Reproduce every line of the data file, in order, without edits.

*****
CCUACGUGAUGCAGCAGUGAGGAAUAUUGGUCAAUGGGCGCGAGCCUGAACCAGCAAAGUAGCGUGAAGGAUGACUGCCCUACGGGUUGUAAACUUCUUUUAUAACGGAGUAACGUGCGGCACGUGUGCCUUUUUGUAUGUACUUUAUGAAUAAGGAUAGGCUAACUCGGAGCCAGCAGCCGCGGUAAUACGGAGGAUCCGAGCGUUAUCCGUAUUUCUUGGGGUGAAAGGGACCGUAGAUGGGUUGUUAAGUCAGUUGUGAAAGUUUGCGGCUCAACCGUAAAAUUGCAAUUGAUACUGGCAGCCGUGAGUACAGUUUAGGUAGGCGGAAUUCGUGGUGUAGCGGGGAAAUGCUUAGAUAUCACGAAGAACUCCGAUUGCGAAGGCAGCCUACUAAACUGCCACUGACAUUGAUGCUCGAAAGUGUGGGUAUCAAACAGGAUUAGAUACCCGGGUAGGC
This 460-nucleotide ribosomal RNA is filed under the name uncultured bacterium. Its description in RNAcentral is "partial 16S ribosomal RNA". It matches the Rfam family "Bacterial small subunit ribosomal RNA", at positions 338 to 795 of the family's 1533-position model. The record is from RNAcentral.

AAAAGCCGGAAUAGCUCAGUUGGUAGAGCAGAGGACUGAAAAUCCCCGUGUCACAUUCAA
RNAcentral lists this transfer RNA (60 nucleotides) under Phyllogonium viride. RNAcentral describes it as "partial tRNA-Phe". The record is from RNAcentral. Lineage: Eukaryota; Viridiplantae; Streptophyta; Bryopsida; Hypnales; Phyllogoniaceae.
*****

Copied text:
CCUACGUGAUGCAGCAGUGAGGAAUAUUGGUCAAUGGGCGCGAGCCUGAACCAGCAAAGUAGCGUGAAGGAUGACUGCCCUACGGGUUGUAAACUUCUUUUAUAACGGAGUAACGUGCGGCACGUGUGCCUUUUUGUAUGUACUUUAUGAAUAAGGAUAGGCUAACUCGGAGCCAGCAGCCGCGGUAAUACGGAGGAUCCGAGCGUUAUCCGUAUUUCUUGGGGUGAAAGGGACCGUAGAUGGGUUGUUAAGUCAGUUGUGAAAGUUUGCGGCUCAACCGUAAAAUUGCAAUUGAUACUGGCAGCCGUGAGUACAGUUUAGGUAGGCGGAAUUCGUGGUGUAGCGGGGAAAUGCUUAGAUAUCACGAAGAACUCCGAUUGCGAAGGCAGCCUACUAAACUGCCACUGACAUUGAUGCUCGAAAGUGUGGGUAUCAAACAGGAUUAGAUACCCGGGUAGGC
This 460-nucleotide ribosomal RNA is filed under the name uncultured bacterium. Its description in RNAcentral is "partial 16S ribosomal RNA". It matches the Rfam family "Bacterial small subunit ribosomal RNA", at positions 338 to 795 of the family's 1533-position model. The record is from RNAcentral.

AAAAGCCGGAAUAGCUCAGUUGGUAGAGCAGAGGACUGAAAAUCCCCGUGUCACAUUCAA
RNAcentral lists this transfer RNA (60 nucleotides) under Phyllogonium viride. RNAcentral describes it as "partial tRNA-Phe". The record is from RNAcentral. Lineage: Eukaryota; Viridiplantae; Streptophyta; Bryopsida; Hypnales; Phyllogoniaceae.